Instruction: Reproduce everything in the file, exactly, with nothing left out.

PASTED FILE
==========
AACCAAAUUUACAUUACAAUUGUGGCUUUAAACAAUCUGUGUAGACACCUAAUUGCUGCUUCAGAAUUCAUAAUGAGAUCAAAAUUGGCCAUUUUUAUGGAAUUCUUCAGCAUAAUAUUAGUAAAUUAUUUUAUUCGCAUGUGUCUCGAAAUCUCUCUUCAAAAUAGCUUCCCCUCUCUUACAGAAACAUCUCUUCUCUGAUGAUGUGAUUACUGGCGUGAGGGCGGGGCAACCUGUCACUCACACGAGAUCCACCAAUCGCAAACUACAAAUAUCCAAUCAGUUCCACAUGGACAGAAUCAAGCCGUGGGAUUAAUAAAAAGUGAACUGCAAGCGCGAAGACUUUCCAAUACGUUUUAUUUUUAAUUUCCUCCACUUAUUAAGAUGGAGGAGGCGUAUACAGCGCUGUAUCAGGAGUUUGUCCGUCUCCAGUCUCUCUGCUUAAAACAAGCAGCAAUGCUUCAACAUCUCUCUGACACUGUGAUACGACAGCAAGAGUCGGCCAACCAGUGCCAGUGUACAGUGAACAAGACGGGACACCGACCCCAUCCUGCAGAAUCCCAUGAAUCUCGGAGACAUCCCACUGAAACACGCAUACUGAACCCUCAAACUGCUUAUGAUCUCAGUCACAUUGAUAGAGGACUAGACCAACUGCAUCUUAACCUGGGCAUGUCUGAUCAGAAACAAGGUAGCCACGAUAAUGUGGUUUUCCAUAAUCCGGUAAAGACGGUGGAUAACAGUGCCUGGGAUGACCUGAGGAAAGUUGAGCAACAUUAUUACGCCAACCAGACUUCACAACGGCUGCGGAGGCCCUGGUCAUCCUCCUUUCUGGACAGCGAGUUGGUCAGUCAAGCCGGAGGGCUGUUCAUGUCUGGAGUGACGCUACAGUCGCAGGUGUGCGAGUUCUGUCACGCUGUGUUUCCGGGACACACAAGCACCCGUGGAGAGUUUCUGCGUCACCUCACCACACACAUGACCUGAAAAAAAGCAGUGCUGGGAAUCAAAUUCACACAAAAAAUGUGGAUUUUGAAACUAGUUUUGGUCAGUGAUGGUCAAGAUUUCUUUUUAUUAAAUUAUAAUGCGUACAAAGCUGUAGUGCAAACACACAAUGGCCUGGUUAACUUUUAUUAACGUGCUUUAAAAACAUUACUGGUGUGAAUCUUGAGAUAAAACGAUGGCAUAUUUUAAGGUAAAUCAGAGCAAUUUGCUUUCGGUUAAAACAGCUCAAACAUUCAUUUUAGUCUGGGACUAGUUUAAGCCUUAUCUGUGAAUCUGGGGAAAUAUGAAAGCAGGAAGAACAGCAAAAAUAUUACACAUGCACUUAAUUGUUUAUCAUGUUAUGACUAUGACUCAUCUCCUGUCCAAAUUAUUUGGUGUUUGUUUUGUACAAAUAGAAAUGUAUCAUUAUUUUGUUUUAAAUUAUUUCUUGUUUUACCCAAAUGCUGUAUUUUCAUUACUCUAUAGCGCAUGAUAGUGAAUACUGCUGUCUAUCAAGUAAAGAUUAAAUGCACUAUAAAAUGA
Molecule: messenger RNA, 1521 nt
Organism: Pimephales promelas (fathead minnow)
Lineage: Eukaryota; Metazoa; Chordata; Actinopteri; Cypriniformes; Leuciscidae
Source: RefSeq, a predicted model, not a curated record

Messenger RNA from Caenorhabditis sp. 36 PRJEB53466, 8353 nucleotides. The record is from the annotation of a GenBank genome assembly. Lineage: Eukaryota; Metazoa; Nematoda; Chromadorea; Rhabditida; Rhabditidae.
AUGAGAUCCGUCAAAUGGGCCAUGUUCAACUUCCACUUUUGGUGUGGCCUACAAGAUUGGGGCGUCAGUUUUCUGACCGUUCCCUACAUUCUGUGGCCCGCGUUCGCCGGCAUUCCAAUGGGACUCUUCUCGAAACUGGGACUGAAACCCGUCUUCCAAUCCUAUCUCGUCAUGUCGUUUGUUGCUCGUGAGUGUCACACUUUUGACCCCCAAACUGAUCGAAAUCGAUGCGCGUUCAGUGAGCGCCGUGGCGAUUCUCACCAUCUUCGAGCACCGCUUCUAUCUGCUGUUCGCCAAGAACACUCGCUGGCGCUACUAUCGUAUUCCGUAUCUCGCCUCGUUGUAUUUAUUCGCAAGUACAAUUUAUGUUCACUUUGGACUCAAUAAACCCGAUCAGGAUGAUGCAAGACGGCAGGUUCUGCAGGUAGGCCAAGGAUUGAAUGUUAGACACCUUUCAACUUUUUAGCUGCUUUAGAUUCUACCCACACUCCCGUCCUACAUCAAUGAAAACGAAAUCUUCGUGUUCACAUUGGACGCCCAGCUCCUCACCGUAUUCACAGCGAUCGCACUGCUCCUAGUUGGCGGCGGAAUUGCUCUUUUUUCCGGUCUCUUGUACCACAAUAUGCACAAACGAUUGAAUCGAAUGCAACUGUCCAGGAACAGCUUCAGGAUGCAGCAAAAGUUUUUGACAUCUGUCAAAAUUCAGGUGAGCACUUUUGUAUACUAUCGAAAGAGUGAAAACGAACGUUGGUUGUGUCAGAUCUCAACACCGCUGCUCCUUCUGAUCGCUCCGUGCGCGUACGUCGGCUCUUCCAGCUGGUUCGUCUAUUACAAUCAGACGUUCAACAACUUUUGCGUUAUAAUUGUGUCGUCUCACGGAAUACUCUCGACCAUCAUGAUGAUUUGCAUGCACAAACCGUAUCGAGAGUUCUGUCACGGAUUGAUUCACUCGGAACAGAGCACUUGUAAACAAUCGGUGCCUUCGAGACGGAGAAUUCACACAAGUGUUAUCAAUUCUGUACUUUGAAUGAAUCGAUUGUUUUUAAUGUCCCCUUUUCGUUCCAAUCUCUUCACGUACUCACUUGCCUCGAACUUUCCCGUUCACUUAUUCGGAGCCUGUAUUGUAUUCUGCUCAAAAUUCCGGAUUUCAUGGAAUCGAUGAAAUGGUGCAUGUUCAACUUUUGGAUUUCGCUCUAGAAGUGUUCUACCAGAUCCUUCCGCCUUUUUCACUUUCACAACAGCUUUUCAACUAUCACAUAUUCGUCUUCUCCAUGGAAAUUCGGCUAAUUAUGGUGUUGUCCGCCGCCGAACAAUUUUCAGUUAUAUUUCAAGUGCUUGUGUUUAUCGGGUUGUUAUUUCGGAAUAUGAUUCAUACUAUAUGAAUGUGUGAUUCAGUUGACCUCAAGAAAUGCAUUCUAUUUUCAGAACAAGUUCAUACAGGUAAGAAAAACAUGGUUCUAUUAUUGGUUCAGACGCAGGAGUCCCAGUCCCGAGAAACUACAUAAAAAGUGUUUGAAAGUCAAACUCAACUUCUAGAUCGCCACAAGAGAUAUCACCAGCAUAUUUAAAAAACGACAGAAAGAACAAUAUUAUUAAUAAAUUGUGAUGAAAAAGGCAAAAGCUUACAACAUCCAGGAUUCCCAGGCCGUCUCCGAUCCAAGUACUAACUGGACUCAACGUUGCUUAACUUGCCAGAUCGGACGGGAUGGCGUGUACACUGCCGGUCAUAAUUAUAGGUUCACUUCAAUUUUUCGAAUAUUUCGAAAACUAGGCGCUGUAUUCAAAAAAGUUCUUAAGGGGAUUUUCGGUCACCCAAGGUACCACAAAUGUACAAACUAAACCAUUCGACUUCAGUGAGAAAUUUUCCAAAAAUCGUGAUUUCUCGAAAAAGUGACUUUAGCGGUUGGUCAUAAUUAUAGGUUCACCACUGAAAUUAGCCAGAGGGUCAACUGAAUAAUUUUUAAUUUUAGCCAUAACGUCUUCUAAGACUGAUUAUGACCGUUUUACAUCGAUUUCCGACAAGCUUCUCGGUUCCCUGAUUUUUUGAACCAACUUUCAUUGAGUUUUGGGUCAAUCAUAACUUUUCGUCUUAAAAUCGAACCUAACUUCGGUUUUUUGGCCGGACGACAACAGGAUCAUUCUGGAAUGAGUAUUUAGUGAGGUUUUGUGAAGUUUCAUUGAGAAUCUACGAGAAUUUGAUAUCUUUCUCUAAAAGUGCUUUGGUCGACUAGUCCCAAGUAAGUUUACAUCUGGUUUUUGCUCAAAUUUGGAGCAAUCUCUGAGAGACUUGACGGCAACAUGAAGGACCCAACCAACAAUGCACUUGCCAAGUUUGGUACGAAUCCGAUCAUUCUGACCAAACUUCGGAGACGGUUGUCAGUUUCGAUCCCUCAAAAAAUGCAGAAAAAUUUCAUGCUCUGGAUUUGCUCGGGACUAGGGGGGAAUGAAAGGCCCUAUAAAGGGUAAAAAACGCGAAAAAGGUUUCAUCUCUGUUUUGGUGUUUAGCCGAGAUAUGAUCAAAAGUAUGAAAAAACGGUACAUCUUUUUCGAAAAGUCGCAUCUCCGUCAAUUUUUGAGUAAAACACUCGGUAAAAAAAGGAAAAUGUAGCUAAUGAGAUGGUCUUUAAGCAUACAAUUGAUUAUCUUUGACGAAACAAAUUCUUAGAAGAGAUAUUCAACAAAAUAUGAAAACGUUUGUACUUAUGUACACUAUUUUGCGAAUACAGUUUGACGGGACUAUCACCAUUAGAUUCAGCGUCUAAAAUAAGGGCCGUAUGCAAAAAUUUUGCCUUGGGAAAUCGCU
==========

AACCAAAUUUACAUUACAAUUGUGGCUUUAAACAAUCUGUGUAGACACCUAAUUGCUGCUUCAGAAUUCAUAAUGAGAUCAAAAUUGGCCAUUUUUAUGGAAUUCUUCAGCAUAAUAUUAGUAAAUUAUUUUAUUCGCAUGUGUCUCGAAAUCUCUCUUCAAAAUAGCUUCCCCUCUCUUACAGAAACAUCUCUUCUCUGAUGAUGUGAUUACUGGCGUGAGGGCGGGGCAACCUGUCACUCACACGAGAUCCACCAAUCGCAAACUACAAAUAUCCAAUCAGUUCCACAUGGACAGAAUCAAGCCGUGGGAUUAAUAAAAAGUGAACUGCAAGCGCGAAGACUUUCCAAUACGUUUUAUUUUUAAUUUCCUCCACUUAUUAAGAUGGAGGAGGCGUAUACAGCGCUGUAUCAGGAGUUUGUCCGUCUCCAGUCUCUCUGCUUAAAACAAGCAGCAAUGCUUCAACAUCUCUCUGACACUGUGAUACGACAGCAAGAGUCGGCCAACCAGUGCCAGUGUACAGUGAACAAGACGGGACACCGACCCCAUCCUGCAGAAUCCCAUGAAUCUCGGAGACAUCCCACUGAAACACGCAUACUGAACCCUCAAACUGCUUAUGAUCUCAGUCACAUUGAUAGAGGACUAGACCAACUGCAUCUUAACCUGGGCAUGUCUGAUCAGAAACAAGGUAGCCACGAUAAUGUGGUUUUCCAUAAUCCGGUAAAGACGGUGGAUAACAGUGCCUGGGAUGACCUGAGGAAAGUUGAGCAACAUUAUUACGCCAACCAGACUUCACAACGGCUGCGGAGGCCCUGGUCAUCCUCCUUUCUGGACAGCGAGUUGGUCAGUCAAGCCGGAGGGCUGUUCAUGUCUGGAGUGACGCUACAGUCGCAGGUGUGCGAGUUCUGUCACGCUGUGUUUCCGGGACACACAAGCACCCGUGGAGAGUUUCUGCGUCACCUCACCACACACAUGACCUGAAAAAAAGCAGUGCUGGGAAUCAAAUUCACACAAAAAAUGUGGAUUUUGAAACUAGUUUUGGUCAGUGAUGGUCAAGAUUUCUUUUUAUUAAAUUAUAAUGCGUACAAAGCUGUAGUGCAAACACACAAUGGCCUGGUUAACUUUUAUUAACGUGCUUUAAAAACAUUACUGGUGUGAAUCUUGAGAUAAAACGAUGGCAUAUUUUAAGGUAAAUCAGAGCAAUUUGCUUUCGGUUAAAACAGCUCAAACAUUCAUUUUAGUCUGGGACUAGUUUAAGCCUUAUCUGUGAAUCUGGGGAAAUAUGAAAGCAGGAAGAACAGCAAAAAUAUUACACAUGCACUUAAUUGUUUAUCAUGUUAUGACUAUGACUCAUCUCCUGUCCAAAUUAUUUGGUGUUUGUUUUGUACAAAUAGAAAUGUAUCAUUAUUUUGUUUUAAAUUAUUUCUUGUUUUACCCAAAUGCUGUAUUUUCAUUACUCUAUAGCGCAUGAUAGUGAAUACUGCUGUCUAUCAAGUAAAGAUUAAAUGCACUAUAAAAUGA
Molecule: messenger RNA, 1521 nt
Organism: Pimephales promelas (fathead minnow)
Lineage: Eukaryota; Metazoa; Chordata; Actinopteri; Cypriniformes; Leuciscidae
Source: RefSeq, a predicted model, not a curated record

Messenger RNA from Caenorhabditis sp. 36 PRJEB53466, 8353 nucleotides. The record is from the annotation of a GenBank genome assembly. Lineage: Eukaryota; Metazoa; Nematoda; Chromadorea; Rhabditida; Rhabditidae.
AUGAGAUCCGUCAAAUGGGCCAUGUUCAACUUCCACUUUUGGUGUGGCCUACAAGAUUGGGGCGUCAGUUUUCUGACCGUUCCCUACAUUCUGUGGCCCGCGUUCGCCGGCAUUCCAAUGGGACUCUUCUCGAAACUGGGACUGAAACCCGUCUUCCAAUCCUAUCUCGUCAUGUCGUUUGUUGCUCGUGAGUGUCACACUUUUGACCCCCAAACUGAUCGAAAUCGAUGCGCGUUCAGUGAGCGCCGUGGCGAUUCUCACCAUCUUCGAGCACCGCUUCUAUCUGCUGUUCGCCAAGAACACUCGCUGGCGCUACUAUCGUAUUCCGUAUCUCGCCUCGUUGUAUUUAUUCGCAAGUACAAUUUAUGUUCACUUUGGACUCAAUAAACCCGAUCAGGAUGAUGCAAGACGGCAGGUUCUGCAGGUAGGCCAAGGAUUGAAUGUUAGACACCUUUCAACUUUUUAGCUGCUUUAGAUUCUACCCACACUCCCGUCCUACAUCAAUGAAAACGAAAUCUUCGUGUUCACAUUGGACGCCCAGCUCCUCACCGUAUUCACAGCGAUCGCACUGCUCCUAGUUGGCGGCGGAAUUGCUCUUUUUUCCGGUCUCUUGUACCACAAUAUGCACAAACGAUUGAAUCGAAUGCAACUGUCCAGGAACAGCUUCAGGAUGCAGCAAAAGUUUUUGACAUCUGUCAAAAUUCAGGUGAGCACUUUUGUAUACUAUCGAAAGAGUGAAAACGAACGUUGGUUGUGUCAGAUCUCAACACCGCUGCUCCUUCUGAUCGCUCCGUGCGCGUACGUCGGCUCUUCCAGCUGGUUCGUCUAUUACAAUCAGACGUUCAACAACUUUUGCGUUAUAAUUGUGUCGUCUCACGGAAUACUCUCGACCAUCAUGAUGAUUUGCAUGCACAAACCGUAUCGAGAGUUCUGUCACGGAUUGAUUCACUCGGAACAGAGCACUUGUAAACAAUCGGUGCCUUCGAGACGGAGAAUUCACACAAGUGUUAUCAAUUCUGUACUUUGAAUGAAUCGAUUGUUUUUAAUGUCCCCUUUUCGUUCCAAUCUCUUCACGUACUCACUUGCCUCGAACUUUCCCGUUCACUUAUUCGGAGCCUGUAUUGUAUUCUGCUCAAAAUUCCGGAUUUCAUGGAAUCGAUGAAAUGGUGCAUGUUCAACUUUUGGAUUUCGCUCUAGAAGUGUUCUACCAGAUCCUUCCGCCUUUUUCACUUUCACAACAGCUUUUCAACUAUCACAUAUUCGUCUUCUCCAUGGAAAUUCGGCUAAUUAUGGUGUUGUCCGCCGCCGAACAAUUUUCAGUUAUAUUUCAAGUGCUUGUGUUUAUCGGGUUGUUAUUUCGGAAUAUGAUUCAUACUAUAUGAAUGUGUGAUUCAGUUGACCUCAAGAAAUGCAUUCUAUUUUCAGAACAAGUUCAUACAGGUAAGAAAAACAUGGUUCUAUUAUUGGUUCAGACGCAGGAGUCCCAGUCCCGAGAAACUACAUAAAAAGUGUUUGAAAGUCAAACUCAACUUCUAGAUCGCCACAAGAGAUAUCACCAGCAUAUUUAAAAAACGACAGAAAGAACAAUAUUAUUAAUAAAUUGUGAUGAAAAAGGCAAAAGCUUACAACAUCCAGGAUUCCCAGGCCGUCUCCGAUCCAAGUACUAACUGGACUCAACGUUGCUUAACUUGCCAGAUCGGACGGGAUGGCGUGUACACUGCCGGUCAUAAUUAUAGGUUCACUUCAAUUUUUCGAAUAUUUCGAAAACUAGGCGCUGUAUUCAAAAAAGUUCUUAAGGGGAUUUUCGGUCACCCAAGGUACCACAAAUGUACAAACUAAACCAUUCGACUUCAGUGAGAAAUUUUCCAAAAAUCGUGAUUUCUCGAAAAAGUGACUUUAGCGGUUGGUCAUAAUUAUAGGUUCACCACUGAAAUUAGCCAGAGGGUCAACUGAAUAAUUUUUAAUUUUAGCCAUAACGUCUUCUAAGACUGAUUAUGACCGUUUUACAUCGAUUUCCGACAAGCUUCUCGGUUCCCUGAUUUUUUGAACCAACUUUCAUUGAGUUUUGGGUCAAUCAUAACUUUUCGUCUUAAAAUCGAACCUAACUUCGGUUUUUUGGCCGGACGACAACAGGAUCAUUCUGGAAUGAGUAUUUAGUGAGGUUUUGUGAAGUUUCAUUGAGAAUCUACGAGAAUUUGAUAUCUUUCUCUAAAAGUGCUUUGGUCGACUAGUCCCAAGUAAGUUUACAUCUGGUUUUUGCUCAAAUUUGGAGCAAUCUCUGAGAGACUUGACGGCAACAUGAAGGACCCAACCAACAAUGCACUUGCCAAGUUUGGUACGAAUCCGAUCAUUCUGACCAAACUUCGGAGACGGUUGUCAGUUUCGAUCCCUCAAAAAAUGCAGAAAAAUUUCAUGCUCUGGAUUUGCUCGGGACUAGGGGGGAAUGAAAGGCCCUAUAAAGGGUAAAAAACGCGAAAAAGGUUUCAUCUCUGUUUUGGUGUUUAGCCGAGAUAUGAUCAAAAGUAUGAAAAAACGGUACAUCUUUUUCGAAAAGUCGCAUCUCCGUCAAUUUUUGAGUAAAACACUCGGUAAAAAAAGGAAAAUGUAGCUAAUGAGAUGGUCUUUAAGCAUACAAUUGAUUAUCUUUGACGAAACAAAUUCUUAGAAGAGAUAUUCAACAAAAUAUGAAAACGUUUGUACUUAUGUACACUAUUUUGCGAAUACAGUUUGACGGGACUAUCACCAUUAGAUUCAGCGUCUAAAAUAAGGGCCGUAUGCAAAAAUUUUGCCUUGGGAAAUCGCU